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She quit her job to help folks with disabilities find theirs. It's working.

Where her country only saw disabilities, she saw real people who have a lot to give. Here are the lessons she's learned along the way.

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Facebook #SheMeansBusiness

Angkie Yudistia started a business to give the 37 million people in Indonesia who have a disability a chance at the training and skills they deserve.

Image via Facebook, used with permission.


She would know about that. She herself is hard of hearing.

She was familiar with the lives of folks with disabilities — a life that was, in fact, her life. But still, Thisable, an independent foundation that empowers people living with a disability to be financially independent, was going to be her first business venture ever. She even quit her job to pursue it.

And she learned a lot along the way. It wasn't easy for Angkie to start her business, but she did it anyway. And by learning from her, we might all be one step closer to making our own firsts happen!

Here are some lessons in starting a socially conscious business from someone who knows: Angkie!

1. You'll have to take a financial and personal risk.

That's just how it is.

2. You may have to give up a stable job — and your regular income.

Angkie was a well-paid marketing communication officer, but she knew she had to give that up to do what she dreamed of doing.

3. You might have a lack of business experience, but do your best.

Know that each mistake is a learning opportunity. Angkie says, "Being an entrepreneur is hugely rewarding, but there can be moments when things aren’t going perfectly and it can affect your morale."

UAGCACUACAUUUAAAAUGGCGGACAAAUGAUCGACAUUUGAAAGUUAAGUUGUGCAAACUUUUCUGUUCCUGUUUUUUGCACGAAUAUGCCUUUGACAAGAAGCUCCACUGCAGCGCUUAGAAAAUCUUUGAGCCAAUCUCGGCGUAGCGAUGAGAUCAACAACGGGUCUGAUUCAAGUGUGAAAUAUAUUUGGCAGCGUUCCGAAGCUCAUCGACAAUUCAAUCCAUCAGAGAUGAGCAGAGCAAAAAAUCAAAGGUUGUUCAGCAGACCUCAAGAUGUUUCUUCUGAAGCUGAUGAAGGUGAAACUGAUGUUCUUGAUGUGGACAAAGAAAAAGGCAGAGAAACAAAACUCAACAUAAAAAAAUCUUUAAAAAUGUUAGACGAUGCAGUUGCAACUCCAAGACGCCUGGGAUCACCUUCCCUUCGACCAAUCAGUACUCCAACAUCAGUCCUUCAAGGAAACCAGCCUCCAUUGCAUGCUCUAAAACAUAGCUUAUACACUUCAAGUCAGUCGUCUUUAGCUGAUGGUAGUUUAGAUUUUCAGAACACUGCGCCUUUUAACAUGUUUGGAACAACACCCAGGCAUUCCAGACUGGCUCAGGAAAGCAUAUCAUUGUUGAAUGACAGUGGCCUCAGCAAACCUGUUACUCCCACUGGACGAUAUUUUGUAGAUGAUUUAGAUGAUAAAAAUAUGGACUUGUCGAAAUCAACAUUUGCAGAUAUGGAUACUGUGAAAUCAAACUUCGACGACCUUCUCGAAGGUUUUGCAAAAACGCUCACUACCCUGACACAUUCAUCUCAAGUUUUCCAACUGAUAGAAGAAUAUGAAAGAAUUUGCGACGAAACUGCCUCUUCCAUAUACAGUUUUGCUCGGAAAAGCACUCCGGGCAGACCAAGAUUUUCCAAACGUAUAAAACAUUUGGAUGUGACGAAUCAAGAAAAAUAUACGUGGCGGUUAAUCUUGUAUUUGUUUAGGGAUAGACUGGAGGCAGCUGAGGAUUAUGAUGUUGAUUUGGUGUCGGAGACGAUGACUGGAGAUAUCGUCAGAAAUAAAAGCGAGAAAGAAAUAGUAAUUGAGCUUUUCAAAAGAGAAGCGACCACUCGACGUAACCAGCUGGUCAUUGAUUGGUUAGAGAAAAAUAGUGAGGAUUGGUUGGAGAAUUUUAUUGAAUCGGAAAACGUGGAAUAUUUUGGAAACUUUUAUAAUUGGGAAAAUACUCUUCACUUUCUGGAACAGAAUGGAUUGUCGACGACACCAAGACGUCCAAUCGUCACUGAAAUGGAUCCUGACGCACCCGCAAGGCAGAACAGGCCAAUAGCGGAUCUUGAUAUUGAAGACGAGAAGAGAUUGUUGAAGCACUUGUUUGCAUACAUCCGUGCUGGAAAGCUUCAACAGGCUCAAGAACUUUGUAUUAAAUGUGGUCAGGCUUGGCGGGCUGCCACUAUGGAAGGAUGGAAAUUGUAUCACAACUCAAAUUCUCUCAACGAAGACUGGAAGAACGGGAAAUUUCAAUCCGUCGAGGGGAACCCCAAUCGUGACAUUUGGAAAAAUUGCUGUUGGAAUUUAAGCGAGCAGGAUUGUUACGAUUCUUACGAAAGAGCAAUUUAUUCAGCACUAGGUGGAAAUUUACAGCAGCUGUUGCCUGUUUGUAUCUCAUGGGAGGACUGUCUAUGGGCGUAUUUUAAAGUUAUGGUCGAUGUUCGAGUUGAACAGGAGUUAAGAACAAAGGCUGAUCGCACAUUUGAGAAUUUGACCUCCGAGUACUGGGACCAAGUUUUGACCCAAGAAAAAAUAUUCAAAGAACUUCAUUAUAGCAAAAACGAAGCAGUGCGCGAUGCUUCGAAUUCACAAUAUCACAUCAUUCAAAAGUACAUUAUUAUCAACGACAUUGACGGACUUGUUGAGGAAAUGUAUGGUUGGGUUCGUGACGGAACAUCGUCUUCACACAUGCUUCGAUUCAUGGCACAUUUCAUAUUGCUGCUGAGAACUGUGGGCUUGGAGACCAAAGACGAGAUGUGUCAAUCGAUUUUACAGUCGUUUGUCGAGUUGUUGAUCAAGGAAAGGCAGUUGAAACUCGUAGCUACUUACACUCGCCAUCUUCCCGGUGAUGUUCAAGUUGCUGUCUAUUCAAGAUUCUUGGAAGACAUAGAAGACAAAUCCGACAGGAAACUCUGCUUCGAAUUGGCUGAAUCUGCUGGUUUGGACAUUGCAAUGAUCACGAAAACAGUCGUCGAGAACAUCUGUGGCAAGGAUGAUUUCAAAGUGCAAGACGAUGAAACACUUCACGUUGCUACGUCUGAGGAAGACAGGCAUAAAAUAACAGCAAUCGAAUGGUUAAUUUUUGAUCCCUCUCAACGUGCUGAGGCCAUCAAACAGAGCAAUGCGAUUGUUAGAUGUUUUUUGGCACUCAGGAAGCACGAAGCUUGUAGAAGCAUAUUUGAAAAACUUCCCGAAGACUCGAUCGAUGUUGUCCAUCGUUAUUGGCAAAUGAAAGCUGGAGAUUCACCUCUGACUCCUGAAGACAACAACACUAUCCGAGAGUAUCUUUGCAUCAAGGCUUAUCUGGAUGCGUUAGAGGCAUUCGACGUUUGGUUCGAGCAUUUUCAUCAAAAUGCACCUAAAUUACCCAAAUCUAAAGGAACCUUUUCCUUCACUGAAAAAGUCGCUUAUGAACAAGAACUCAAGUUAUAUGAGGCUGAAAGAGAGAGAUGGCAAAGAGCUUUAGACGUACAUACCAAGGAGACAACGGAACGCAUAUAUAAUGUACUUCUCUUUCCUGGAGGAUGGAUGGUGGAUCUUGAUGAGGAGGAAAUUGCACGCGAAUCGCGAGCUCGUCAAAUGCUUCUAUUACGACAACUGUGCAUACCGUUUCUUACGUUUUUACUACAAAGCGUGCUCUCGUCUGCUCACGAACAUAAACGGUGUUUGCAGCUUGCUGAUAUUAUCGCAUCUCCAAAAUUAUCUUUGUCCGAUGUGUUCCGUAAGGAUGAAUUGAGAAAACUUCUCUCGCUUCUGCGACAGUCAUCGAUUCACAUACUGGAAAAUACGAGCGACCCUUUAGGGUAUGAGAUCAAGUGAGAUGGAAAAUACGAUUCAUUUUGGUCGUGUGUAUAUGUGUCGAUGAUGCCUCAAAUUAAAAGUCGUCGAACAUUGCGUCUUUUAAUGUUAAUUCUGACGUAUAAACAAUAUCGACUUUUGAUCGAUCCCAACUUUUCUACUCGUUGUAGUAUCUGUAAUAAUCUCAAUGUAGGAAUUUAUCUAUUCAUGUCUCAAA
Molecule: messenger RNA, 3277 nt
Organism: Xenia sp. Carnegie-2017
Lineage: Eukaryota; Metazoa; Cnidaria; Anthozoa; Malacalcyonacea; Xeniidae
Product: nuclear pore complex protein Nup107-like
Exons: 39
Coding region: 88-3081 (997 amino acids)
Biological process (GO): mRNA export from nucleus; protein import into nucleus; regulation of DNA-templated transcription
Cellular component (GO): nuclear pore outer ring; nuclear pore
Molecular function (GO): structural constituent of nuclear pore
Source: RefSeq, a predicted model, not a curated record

4. Your parents might not come around at first.

Recently featured in an article through Facebook, Angkie says her parents really got on board when they saw how their daughter had actually turned her calling into a business.

5. Take time for yourself AND be a great entrepreneur.

As Angkie told Facebook, she'll even bring her husband and daughter to overseas meetings with her — just to make sure she spends as many weekends with them as possible.

6. Have someone to support you and help you keep your life in balance.

Her husband really supports her finding balance. She said he's "happy to pitch in around the house" which helps her keep work and life on an even keel.

7. Use social media.

It's clear from Angkie's Facebook page that she has many stories to tell. But her Instagram presence has helped her build her personal brand so much that it led to a publishing deal to tell the story of her personal journey from marketing executive to a budding, blossoming entrepreneur.